Jimmie Durham: At the Center of the World
Multi-talented Native American artist Jimmy Durham is finally getting his due, with a major retrospective that is showing in museums across the country. Currently on view at the Hammer Museum in Los Angeles, the exhibit will move east, with stops at the Walker Art Center in Minneapolis, and ending at the Whitney Museum in New York.
Artist, performer, poet, essayist, and activist, Jimmie Durham, who was born in Arkansas in1940, is one of the most compelling, inventive, and multifaceted artists working internationally today. For American audiences, however, he has been an elusive figure. After studying art in Geneva and working for the American Indian Movement for several years, Durham became an active participant in the vibrant New York City downtown art scene in the 1980s. There, he staged solo exhibitions and participated in group shows at such noteworthy nonprofit venues as Artists Space, Exit Art, and Judson Memorial Church. Many of these early exhibitions sought to bring visibility to artists of color or were organized around the most urgent political concerns of the day, including racism, Apartheid, and the US government’s interventions in Central America. Durham was a committed advocate for other artists as executive director of the Foundation of the Community of Artists, where he helped edit the newspaper Art and Artists, and as a curator and writer. In 1987 Durham chose to leave the United States with his partner, artist Maria Thereza Alves, moving first to Cuernavaca, Mexico, and then to Europe, where they have lived since 1994.
Since moving to Europe more than twenty years ago, Durham has largely chosen not to exhibit his work in the United States. The artist’s reasons are personal, political, and practical. But his work echoes and resonates with American history, slavery, repression and racism.
Durham was a significant figure during the 1980s and 1990s, b recognizing the work of women and artists of color, and artists who embraced multiculturalism and “identity politics.”
In the current exhibit, Durham’s works bring a crucial understanding of the history of American art as well as underscoring the importance for American artists to be “to participate on an international playing field.
The first retrospective of Durham’s work to take place in North America, At the Center of the World reestablishes the importance of his career, projecting it into present-day discussions about the interplay between the local and the global, between art and activism, and reminding us of the history of sculpture as a medium that is entwined with everyday life.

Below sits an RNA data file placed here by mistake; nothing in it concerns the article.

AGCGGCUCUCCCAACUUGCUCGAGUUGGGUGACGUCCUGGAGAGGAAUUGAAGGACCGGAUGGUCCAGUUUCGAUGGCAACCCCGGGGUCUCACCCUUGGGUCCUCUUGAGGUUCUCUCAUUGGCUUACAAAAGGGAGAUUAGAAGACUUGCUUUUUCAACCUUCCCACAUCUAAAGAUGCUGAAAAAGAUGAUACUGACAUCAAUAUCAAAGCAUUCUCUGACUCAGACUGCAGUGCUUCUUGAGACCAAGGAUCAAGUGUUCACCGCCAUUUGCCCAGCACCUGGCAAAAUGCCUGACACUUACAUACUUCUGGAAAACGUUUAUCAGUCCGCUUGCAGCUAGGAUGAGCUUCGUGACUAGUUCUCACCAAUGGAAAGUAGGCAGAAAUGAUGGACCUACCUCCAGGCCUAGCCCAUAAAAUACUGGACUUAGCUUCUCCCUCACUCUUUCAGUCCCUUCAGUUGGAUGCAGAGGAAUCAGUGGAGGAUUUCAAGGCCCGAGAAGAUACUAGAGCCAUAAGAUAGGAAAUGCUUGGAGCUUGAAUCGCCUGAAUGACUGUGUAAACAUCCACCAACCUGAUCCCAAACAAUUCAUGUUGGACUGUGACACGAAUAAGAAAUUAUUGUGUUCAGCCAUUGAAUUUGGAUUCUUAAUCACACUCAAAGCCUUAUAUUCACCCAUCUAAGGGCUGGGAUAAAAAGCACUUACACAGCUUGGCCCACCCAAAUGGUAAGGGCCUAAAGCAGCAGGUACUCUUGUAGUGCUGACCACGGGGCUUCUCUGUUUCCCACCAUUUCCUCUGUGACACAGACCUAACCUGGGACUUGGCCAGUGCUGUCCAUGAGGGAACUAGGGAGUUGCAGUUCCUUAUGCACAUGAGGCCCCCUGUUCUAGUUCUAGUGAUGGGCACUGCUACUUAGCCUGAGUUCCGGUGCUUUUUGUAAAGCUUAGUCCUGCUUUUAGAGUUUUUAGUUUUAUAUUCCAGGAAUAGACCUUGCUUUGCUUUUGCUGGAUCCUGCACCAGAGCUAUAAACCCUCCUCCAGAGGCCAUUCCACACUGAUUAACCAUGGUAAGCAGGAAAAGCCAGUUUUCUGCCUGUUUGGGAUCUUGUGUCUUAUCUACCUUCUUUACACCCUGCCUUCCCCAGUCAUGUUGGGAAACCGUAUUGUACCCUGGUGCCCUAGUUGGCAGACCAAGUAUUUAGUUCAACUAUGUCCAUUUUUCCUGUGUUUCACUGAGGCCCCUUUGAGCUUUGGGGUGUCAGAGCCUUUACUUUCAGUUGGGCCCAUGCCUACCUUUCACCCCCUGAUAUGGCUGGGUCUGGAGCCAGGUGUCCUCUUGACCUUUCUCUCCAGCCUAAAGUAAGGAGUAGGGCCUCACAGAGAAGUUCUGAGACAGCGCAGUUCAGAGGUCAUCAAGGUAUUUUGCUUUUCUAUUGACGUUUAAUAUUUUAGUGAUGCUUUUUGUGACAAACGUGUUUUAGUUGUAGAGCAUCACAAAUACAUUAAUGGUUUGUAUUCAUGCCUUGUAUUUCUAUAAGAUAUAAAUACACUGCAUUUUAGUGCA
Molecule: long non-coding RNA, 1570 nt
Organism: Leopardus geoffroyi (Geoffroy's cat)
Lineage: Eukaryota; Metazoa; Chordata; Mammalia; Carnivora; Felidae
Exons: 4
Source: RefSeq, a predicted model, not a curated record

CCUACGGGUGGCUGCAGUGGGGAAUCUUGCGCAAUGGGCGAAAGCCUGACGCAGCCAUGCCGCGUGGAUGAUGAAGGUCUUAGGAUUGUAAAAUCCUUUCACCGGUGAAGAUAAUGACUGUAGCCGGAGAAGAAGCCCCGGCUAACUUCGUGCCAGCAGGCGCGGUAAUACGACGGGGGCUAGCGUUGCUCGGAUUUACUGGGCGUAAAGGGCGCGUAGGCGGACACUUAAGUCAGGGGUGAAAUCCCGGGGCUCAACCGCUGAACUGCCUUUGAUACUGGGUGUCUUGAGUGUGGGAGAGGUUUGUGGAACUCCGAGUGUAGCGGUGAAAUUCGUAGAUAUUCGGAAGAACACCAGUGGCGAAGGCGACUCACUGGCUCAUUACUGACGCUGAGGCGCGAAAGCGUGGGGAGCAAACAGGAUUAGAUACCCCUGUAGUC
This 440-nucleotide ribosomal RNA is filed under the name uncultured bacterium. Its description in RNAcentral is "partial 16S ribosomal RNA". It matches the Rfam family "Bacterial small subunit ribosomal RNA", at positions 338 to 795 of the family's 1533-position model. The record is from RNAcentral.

Durham’s work is process-driven sculptural assemblage, which can take the form of a small wall relief, a human-scale freestanding sculpture, or a room-size installation. Combining natural elements with manufactured objects, much of it discarded or found and reanimated by the artist, these works question ingrained hierarchies of materials and mediums as well as the modernist preoccupation with originality and artistic bravery.
With close to 200 objects dating from 1970 to the present and accompanied by a catalogue comprising several scholarly essays, an interview with the artist, a chronology, and a selection of his own writings, the exhibition traces Durham’s ongoing use of materials such as bone, stone, and wood, while also demonstrating his commitment to shedding light on the complexities of historical narratives, notions of authenticity, and the borders and boundaries that contain us. Jimmie Durham is arguably one of the most important artists working actively in the international contemporary art scene today.
Jimmie Durham: At the Center of the World, is on view at the Hammer Museum until May 7. It moves to the Walker Museum from August 25 until November 19, and then to the Whiney Museum in New York where it will be on view from late November 2017—January 2018. A beautiful and insightful catalog by Anne Ellegood, with contributions from several other scholars, has been published in association with the Hammer Museum by DelMonico Books ($60).